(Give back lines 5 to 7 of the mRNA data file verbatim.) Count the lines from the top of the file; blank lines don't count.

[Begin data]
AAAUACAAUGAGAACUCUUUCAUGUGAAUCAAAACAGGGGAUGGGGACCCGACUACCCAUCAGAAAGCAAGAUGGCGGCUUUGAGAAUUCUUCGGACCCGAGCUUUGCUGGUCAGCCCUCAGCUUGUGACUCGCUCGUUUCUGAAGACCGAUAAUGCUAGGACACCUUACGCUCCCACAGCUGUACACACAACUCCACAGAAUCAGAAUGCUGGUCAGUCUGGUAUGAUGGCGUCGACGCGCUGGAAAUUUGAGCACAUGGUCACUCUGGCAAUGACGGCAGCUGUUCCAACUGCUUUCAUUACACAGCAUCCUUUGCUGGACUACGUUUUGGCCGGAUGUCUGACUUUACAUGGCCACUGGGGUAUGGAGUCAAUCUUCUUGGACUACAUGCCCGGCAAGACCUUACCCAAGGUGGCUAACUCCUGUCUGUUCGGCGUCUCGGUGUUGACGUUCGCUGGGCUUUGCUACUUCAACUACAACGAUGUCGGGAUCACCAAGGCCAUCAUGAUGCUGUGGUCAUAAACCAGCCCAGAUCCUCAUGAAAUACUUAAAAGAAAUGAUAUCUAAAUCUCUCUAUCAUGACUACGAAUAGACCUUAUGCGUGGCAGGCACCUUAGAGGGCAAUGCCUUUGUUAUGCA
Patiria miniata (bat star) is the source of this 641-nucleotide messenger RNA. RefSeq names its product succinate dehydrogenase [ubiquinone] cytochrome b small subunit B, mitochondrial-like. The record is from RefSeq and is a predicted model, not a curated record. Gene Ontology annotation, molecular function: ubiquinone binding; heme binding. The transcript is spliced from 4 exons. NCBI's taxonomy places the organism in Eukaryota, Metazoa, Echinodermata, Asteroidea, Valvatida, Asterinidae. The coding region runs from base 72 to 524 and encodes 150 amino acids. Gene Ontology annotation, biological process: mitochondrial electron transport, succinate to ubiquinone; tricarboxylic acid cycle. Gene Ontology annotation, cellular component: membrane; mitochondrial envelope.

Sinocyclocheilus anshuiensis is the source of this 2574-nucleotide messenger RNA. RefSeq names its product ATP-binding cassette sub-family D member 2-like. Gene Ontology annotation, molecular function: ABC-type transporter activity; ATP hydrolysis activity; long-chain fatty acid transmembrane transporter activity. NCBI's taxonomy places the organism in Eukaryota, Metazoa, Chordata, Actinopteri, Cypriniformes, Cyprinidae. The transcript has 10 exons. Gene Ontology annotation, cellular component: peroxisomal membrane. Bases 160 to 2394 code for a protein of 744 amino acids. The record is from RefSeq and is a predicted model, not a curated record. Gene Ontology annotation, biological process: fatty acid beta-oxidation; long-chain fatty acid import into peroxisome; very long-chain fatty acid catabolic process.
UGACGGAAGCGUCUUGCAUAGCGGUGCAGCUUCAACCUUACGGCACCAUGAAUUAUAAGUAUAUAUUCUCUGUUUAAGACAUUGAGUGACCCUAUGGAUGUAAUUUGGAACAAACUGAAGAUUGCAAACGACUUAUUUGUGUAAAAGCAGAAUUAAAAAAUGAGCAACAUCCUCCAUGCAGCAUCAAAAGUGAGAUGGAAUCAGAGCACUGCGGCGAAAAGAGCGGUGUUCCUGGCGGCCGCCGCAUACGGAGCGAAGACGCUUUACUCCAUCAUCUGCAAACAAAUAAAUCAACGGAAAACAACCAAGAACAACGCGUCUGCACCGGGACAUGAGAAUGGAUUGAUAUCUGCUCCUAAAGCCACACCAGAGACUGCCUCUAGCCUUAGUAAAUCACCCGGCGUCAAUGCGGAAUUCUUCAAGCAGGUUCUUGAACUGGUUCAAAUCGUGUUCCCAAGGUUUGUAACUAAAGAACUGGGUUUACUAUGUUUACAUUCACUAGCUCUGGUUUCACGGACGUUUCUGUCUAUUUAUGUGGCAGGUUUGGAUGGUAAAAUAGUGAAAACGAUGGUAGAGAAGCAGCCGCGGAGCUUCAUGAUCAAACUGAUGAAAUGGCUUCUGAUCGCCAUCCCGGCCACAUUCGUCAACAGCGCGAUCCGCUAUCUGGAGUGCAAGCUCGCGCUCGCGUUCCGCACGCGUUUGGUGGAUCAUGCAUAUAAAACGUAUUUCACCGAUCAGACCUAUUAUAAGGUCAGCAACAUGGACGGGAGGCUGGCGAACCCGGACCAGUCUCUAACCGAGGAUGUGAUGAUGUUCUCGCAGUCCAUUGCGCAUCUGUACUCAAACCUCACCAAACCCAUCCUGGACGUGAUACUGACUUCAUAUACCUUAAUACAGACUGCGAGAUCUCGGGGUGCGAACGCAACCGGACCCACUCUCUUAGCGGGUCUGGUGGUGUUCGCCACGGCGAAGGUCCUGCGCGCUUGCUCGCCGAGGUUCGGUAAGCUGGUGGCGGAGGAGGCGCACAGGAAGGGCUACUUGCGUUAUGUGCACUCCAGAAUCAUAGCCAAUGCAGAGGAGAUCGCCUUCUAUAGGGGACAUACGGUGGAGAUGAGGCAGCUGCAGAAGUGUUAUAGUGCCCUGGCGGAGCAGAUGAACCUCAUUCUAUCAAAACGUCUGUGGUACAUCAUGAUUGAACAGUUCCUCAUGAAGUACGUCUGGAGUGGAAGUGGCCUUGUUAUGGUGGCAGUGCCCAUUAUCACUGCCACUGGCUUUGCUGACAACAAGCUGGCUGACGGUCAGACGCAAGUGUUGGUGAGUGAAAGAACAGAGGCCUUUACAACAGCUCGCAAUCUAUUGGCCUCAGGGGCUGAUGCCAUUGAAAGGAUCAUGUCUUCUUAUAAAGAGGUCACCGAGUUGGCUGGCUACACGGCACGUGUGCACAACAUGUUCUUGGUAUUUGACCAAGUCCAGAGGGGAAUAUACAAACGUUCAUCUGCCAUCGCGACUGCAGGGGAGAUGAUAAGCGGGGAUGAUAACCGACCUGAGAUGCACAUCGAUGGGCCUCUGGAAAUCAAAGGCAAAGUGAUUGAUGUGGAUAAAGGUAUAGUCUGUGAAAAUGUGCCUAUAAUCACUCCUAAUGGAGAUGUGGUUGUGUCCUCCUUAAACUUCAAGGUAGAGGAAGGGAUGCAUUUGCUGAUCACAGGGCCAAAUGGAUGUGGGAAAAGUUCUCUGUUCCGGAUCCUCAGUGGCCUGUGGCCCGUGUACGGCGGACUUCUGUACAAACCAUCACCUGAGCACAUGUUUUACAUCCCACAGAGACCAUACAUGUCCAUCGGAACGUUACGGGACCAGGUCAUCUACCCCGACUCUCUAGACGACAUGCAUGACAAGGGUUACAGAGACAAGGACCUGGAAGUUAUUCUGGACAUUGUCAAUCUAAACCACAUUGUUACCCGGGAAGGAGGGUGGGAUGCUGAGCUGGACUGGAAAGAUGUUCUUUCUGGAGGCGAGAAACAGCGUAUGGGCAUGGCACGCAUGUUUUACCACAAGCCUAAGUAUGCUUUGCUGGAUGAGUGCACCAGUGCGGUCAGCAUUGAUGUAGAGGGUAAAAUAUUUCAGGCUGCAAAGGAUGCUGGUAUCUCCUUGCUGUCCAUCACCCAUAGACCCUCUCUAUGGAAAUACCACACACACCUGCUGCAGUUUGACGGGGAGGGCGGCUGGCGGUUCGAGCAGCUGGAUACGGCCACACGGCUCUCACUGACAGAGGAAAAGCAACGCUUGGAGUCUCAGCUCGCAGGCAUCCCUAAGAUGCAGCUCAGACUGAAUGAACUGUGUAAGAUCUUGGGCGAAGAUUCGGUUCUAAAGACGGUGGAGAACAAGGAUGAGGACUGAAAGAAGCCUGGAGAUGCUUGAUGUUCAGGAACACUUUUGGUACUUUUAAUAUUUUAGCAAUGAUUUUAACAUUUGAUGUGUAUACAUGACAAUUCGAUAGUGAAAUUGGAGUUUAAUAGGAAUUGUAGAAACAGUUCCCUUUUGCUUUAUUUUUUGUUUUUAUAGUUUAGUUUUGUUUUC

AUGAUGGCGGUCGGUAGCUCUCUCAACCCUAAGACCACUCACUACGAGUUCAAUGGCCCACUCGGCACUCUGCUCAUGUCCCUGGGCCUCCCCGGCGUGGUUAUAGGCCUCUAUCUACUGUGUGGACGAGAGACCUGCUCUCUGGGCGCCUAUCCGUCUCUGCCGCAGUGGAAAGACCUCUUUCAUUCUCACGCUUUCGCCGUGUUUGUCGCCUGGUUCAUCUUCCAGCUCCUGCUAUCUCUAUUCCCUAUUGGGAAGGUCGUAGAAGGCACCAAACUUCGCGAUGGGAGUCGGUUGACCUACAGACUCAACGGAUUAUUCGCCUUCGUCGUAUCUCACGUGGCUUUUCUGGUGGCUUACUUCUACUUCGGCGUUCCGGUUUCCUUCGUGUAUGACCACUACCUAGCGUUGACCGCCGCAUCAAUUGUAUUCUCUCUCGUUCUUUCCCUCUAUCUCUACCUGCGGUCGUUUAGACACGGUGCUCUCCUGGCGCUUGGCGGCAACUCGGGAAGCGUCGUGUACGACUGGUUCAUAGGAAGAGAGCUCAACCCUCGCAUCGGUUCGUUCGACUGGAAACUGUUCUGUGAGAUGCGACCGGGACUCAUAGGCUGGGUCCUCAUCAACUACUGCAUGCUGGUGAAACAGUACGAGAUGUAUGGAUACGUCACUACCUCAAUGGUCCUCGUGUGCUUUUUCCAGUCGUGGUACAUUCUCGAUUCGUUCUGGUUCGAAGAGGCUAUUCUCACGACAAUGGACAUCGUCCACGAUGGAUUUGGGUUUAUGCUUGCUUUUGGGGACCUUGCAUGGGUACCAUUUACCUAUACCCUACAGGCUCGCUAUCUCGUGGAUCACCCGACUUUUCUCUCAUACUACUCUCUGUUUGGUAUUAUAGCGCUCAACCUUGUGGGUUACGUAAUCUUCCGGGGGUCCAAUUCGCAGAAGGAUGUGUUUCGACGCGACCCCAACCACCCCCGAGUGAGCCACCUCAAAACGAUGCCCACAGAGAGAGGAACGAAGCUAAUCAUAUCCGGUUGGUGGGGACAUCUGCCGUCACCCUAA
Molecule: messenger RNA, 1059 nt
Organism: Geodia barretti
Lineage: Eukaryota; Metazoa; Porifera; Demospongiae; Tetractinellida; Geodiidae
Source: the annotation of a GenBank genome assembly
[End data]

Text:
AUGAUGGCGGUCGGUAGCUCUCUCAACCCUAAGACCACUCACUACGAGUUCAAUGGCCCACUCGGCACUCUGCUCAUGUCCCUGGGCCUCCCCGGCGUGGUUAUAGGCCUCUAUCUACUGUGUGGACGAGAGACCUGCUCUCUGGGCGCCUAUCCGUCUCUGCCGCAGUGGAAAGACCUCUUUCAUUCUCACGCUUUCGCCGUGUUUGUCGCCUGGUUCAUCUUCCAGCUCCUGCUAUCUCUAUUCCCUAUUGGGAAGGUCGUAGAAGGCACCAAACUUCGCGAUGGGAGUCGGUUGACCUACAGACUCAACGGAUUAUUCGCCUUCGUCGUAUCUCACGUGGCUUUUCUGGUGGCUUACUUCUACUUCGGCGUUCCGGUUUCCUUCGUGUAUGACCACUACCUAGCGUUGACCGCCGCAUCAAUUGUAUUCUCUCUCGUUCUUUCCCUCUAUCUCUACCUGCGGUCGUUUAGACACGGUGCUCUCCUGGCGCUUGGCGGCAACUCGGGAAGCGUCGUGUACGACUGGUUCAUAGGAAGAGAGCUCAACCCUCGCAUCGGUUCGUUCGACUGGAAACUGUUCUGUGAGAUGCGACCGGGACUCAUAGGCUGGGUCCUCAUCAACUACUGCAUGCUGGUGAAACAGUACGAGAUGUAUGGAUACGUCACUACCUCAAUGGUCCUCGUGUGCUUUUUCCAGUCGUGGUACAUUCUCGAUUCGUUCUGGUUCGAAGAGGCUAUUCUCACGACAAUGGACAUCGUCCACGAUGGAUUUGGGUUUAUGCUUGCUUUUGGGGACCUUGCAUGGGUACCAUUUACCUAUACCCUACAGGCUCGCUAUCUCGUGGAUCACCCGACUUUUCUCUCAUACUACUCUCUGUUUGGUAUUAUAGCGCUCAACCUUGUGGGUUACGUAAUCUUCCGGGGGUCCAAUUCGCAGAAGGAUGUGUUUCGACGCGACCCCAACCACCCCCGAGUGAGCCACCUCAAAACGAUGCCCACAGAGAGAGGAACGAAGCUAAUCAUAUCCGGUUGGUGGGGACAUCUGCCGUCACCCUAA
Molecule: messenger RNA, 1059 nt
Organism: Geodia barretti